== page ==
Officials may consider iPad, tablet access for W.Va. inmates

CHARLESTON, W.Va. (AP) — Inmates in West Virginia’s regional jails could soon have access to Apple iPads and other digital tablets.

The idea is in the early stages of development but state officials may consider allowing inmates to purchase or lease iPads and Android-based tablets with their commissary money, said David Farmer, director the Regional Jail Authority.

Farmer told the Regional Jail Authority’s Board of Directors on Monday that doing so could improve the quality of life behind bars and decrease altercations between troublesome inmates.

Inmates could use the devices to watch movies or listen to music.

“It’s definitely on the cutting edge,” Farmer said.

Digital tablets could benefit both the authority and inmates by generating revenue and providing extended access to online law libraries, GED classes and other rehabilitative resources, he said.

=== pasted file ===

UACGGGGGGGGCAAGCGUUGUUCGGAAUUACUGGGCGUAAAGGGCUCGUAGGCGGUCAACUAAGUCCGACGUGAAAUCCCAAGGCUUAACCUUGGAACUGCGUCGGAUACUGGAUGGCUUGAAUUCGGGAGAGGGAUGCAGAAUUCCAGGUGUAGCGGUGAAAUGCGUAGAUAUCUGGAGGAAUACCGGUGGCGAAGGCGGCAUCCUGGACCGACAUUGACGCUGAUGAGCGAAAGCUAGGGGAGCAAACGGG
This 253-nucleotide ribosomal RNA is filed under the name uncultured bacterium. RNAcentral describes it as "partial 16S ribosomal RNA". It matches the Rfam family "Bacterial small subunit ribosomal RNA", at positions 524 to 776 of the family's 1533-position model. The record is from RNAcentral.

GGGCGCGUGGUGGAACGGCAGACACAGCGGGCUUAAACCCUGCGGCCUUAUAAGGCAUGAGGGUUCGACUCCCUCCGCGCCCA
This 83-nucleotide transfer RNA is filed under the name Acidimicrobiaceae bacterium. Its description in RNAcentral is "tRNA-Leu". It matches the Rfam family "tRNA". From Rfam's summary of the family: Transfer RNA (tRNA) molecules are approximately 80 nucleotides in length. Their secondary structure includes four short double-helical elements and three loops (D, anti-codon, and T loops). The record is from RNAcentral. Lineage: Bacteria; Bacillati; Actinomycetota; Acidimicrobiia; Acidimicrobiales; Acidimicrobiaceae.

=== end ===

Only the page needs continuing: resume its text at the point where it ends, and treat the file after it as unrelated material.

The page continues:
Studies of the San Francisco jail system found that a similar program there, in conjunction with established education programs, has helped reduce the inmate recidivism rate by nearly 40 percent.

Prisons in at least seven states, including Ohio and Virginia, grant such access on stripped-down devices that have limited Internet access.

Devices in other states have been provided through donations or grants, in addition to being purchased by inmates. Farmer indicated that commissary funds could be used in West Virginia if the authority approves a similar program.

Farmer and other jail officials plan to visit a 3,000-inmate facility in Tennessee in August to evaluate their tablet program.